People power on the airwaves


Photo: Julius Mwelu/IRIN
Martin Ndungu (right), the financial manager of KOCH Radio, and Abdi Hussein, the deputy human resource manager, hosting “Wasanii Panel”, in Korogocho, Nairobi

In the neighbouring Korogocho informal settlement, 10 youngsters established a community radio station known as Koch FM in 2006 to enlighten slum dwellers on how they could improve their lot.

The radio station, whose motto is ‘Educating through Entertainment’, is run by 23 volunteers who produce programmes showcasing youth talent on governance, gender and children’s issues.

According to Martin Ndungu, the financial manager of the station, who also doubles as presenter of a popular show, “Wasanii [artists’] Panel”, people in the slums are often ignorant of issues of importance to them.

“For example, they are not aware that the national budget also affects them directly,” Ndungu said. “There is a need to break the ignorance.”

Koch FM, which broadcasts to an audience within a 2km radius, reaches at least 200,000 people in Korogocho and neighbouring areas.

Some local leaders were against the idea and its founders had to lobby for support from the provincial administration. Others wanted the radio to promote their personal interests, according to Ndungu.

To raise funds he sells souvenir T-shirts and greeting cards. “We are able to pay for electricity and maintain a stand-by generator,” he said.

“It is sad to see most of our friends using drugs when one can see their immense potential,” he said. “We need to reach them with a message of hope. We are also looking for support so that the community radio project can become more sustainable,” he said. “We do not want our dream to die with us.”

Mbatia said young people from the slums who had succeeded in various fields served as an inspiration to others.

“There is a wealth of talent in the slums but leaders have failed us. Funds allocated to benefit the youth do not easily trickle down to the slum youth who need them most,” he said.

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7 Responses to “KENYA: Inspiring Young People in Slums”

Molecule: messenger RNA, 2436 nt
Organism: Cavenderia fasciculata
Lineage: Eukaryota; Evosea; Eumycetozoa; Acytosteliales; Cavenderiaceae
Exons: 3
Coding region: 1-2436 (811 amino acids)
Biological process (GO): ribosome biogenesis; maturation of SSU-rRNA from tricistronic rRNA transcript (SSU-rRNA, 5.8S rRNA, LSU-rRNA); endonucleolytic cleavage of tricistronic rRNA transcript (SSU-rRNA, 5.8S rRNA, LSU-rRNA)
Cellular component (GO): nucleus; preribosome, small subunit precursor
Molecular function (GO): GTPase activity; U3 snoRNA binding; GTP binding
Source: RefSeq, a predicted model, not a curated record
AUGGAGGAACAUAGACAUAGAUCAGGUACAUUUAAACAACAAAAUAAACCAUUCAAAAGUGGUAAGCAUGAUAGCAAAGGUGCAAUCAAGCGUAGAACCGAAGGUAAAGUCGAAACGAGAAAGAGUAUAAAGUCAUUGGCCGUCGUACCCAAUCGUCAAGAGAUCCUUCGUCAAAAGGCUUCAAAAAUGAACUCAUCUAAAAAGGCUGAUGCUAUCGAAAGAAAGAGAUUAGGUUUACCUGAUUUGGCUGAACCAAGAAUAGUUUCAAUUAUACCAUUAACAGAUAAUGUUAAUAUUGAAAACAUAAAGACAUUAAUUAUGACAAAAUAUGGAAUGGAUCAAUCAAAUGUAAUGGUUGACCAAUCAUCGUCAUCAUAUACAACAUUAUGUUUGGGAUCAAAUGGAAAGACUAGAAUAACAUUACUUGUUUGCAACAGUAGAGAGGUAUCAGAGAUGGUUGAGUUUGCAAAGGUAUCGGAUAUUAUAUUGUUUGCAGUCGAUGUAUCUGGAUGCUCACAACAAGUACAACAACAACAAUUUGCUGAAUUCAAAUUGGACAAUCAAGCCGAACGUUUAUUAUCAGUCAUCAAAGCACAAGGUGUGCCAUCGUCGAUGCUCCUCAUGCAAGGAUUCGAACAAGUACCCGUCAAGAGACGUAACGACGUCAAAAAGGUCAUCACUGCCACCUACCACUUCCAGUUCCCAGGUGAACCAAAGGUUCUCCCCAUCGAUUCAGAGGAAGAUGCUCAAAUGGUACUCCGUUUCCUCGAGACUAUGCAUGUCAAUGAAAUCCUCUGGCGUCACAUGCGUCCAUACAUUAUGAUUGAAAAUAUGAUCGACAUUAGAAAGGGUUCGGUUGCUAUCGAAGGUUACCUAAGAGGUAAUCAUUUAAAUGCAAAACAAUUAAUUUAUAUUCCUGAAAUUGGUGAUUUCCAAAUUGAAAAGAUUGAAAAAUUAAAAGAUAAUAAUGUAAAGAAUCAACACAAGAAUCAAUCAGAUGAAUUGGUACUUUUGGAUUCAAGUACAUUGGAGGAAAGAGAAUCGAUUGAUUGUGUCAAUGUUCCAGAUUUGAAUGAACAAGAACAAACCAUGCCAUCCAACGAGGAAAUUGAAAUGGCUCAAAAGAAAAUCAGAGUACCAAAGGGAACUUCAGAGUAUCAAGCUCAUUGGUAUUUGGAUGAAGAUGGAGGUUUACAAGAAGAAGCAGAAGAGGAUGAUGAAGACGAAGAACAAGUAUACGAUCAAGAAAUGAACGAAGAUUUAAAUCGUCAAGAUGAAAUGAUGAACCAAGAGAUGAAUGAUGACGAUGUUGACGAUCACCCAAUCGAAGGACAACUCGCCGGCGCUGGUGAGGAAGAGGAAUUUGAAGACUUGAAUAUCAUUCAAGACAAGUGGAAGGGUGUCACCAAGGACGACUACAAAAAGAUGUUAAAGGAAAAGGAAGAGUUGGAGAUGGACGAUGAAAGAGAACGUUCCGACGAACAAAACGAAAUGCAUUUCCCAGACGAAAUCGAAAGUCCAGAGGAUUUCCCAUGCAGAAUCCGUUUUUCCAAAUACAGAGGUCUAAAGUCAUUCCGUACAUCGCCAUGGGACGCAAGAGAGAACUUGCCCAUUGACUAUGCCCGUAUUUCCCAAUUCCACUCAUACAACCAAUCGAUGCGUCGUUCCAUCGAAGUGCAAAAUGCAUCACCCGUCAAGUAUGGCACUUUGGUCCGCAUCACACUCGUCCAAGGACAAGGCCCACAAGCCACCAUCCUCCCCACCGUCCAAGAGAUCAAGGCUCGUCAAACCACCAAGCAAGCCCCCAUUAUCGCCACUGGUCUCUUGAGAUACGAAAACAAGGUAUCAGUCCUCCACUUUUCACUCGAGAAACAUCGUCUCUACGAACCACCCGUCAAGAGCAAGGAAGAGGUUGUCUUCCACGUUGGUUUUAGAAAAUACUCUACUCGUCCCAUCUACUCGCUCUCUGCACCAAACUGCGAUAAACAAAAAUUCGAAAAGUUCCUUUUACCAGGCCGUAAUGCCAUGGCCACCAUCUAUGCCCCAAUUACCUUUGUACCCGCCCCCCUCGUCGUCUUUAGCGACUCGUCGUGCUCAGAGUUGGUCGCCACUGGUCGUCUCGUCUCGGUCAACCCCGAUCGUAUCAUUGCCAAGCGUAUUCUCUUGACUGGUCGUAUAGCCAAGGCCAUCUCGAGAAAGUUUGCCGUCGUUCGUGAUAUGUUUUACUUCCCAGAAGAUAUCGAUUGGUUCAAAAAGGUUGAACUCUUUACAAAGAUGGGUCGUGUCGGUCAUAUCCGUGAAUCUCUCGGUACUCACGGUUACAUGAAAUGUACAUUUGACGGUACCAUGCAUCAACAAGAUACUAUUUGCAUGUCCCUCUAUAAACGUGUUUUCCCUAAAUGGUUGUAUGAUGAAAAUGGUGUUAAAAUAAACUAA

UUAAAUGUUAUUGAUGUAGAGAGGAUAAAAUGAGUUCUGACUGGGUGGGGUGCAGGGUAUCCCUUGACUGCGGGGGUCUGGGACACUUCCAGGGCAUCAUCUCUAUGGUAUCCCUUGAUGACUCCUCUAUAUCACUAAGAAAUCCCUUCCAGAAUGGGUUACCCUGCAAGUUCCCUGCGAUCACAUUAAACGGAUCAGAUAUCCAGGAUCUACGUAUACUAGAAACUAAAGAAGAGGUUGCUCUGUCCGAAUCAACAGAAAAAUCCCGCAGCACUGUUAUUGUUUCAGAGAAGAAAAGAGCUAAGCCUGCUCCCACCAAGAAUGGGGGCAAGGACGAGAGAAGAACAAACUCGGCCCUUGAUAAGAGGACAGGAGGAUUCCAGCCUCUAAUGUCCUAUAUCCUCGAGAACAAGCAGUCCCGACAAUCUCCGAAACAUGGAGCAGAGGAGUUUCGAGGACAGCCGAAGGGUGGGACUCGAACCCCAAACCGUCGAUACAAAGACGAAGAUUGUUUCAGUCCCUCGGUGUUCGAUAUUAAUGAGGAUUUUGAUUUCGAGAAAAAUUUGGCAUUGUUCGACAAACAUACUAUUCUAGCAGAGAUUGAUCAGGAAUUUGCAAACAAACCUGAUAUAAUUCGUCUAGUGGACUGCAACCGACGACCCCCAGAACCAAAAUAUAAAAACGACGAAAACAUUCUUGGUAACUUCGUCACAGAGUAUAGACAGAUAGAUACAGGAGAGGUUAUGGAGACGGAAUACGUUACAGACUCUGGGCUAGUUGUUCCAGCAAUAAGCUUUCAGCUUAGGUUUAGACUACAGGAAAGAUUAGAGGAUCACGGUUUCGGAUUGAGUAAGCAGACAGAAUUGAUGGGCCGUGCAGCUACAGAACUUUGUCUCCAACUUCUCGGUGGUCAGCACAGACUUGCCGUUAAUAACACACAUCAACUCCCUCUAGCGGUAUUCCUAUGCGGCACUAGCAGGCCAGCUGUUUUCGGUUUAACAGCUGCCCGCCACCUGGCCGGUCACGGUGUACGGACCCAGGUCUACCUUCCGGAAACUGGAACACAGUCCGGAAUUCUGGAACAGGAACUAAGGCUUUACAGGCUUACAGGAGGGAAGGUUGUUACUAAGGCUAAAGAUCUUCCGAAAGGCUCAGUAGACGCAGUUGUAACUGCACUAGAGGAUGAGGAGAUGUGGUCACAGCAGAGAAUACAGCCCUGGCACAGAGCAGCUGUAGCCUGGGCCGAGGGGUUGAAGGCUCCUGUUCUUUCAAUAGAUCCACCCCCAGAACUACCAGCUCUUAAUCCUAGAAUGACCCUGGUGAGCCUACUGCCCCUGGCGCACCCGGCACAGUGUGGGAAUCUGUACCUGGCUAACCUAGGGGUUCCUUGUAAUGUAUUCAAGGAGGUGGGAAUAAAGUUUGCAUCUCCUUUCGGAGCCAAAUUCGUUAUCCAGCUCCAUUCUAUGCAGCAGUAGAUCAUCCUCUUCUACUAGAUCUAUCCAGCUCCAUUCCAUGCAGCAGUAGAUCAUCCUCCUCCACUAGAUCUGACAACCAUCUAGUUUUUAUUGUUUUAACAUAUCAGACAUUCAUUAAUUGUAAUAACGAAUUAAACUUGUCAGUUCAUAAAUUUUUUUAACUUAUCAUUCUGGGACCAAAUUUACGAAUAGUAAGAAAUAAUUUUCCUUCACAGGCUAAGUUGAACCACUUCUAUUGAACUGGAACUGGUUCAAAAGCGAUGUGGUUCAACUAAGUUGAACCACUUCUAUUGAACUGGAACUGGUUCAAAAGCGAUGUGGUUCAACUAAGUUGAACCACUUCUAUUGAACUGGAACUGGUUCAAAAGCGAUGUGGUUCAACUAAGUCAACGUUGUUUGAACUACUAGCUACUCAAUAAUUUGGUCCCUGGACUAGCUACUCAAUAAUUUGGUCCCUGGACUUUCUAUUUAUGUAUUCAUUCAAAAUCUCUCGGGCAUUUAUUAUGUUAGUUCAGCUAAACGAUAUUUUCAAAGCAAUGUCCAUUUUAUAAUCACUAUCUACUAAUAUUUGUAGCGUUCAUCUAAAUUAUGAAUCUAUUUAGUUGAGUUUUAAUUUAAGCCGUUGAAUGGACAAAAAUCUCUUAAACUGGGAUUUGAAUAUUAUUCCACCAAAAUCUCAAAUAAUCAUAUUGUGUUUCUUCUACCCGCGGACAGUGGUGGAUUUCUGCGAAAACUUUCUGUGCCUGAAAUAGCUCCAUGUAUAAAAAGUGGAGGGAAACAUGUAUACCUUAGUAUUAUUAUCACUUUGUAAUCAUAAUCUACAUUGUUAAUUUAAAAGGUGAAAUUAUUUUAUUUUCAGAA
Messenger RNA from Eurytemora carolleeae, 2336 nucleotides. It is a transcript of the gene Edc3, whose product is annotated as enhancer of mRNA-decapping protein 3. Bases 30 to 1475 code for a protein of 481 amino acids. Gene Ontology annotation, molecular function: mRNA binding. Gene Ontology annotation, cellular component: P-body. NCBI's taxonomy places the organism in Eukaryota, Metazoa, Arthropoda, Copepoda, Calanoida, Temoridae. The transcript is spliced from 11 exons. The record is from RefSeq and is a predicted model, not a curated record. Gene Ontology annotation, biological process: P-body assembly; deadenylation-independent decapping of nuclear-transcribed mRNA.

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You are right Phil there is wealth and talent in the slum. Leaders have neglected them; only NGOs and International bodies are concerned and have initiated projects to help people in the slums. KOCH fm is a good initiative for Korokocho and the neighboring. I wonder if there is one in Kibera slums.

People in the slums have urge to change their lives, if given the opportunity they can do a lot. Politics in Kenya is mainly a preserve of the rich but I believe things are changing people know the leaders who are truly concerned about the poor and so may be Mbatia will have a chance of being elected a councilor. I wish him the best.

Yes there is Sue. Its known as PAMOJA FM. Check my story “New Community Radio Station for Nairobi’s Kibera Slum at this link: https://kenvironews.wordpress.com/2007/08/19/new-community-radio-station-for-nairobis-kibera-slums/. If you visit Kibera often, you can call on them at Ayany Estate near the railway bridge. You can actually see their satellite dish as you drive by at that multi-storey building.

my friend mbatia the vision that you have must be fulfill never be silent,remember that God will help you for what you have in your heart,take time an ask favour for God,this is our time as young people our time has come,our communities are looking 4 us,mbatia never give up,go ahead

may god bless you( booster) you are such a great man to be hoped for real change .i come from sides of gitugi mathioya and i will still be running for the same seat just like you please help me with advice as i would like to meet you in my case people call me the future obama or (bidii)

please tell me the qualification for become a councillor under the new constitution

it is because of hunger and few grazing lands and lack of water so they fight for

i would very much like to work and help the society .am training to be social worker at nairobi aviation college.i have passion of helping other people.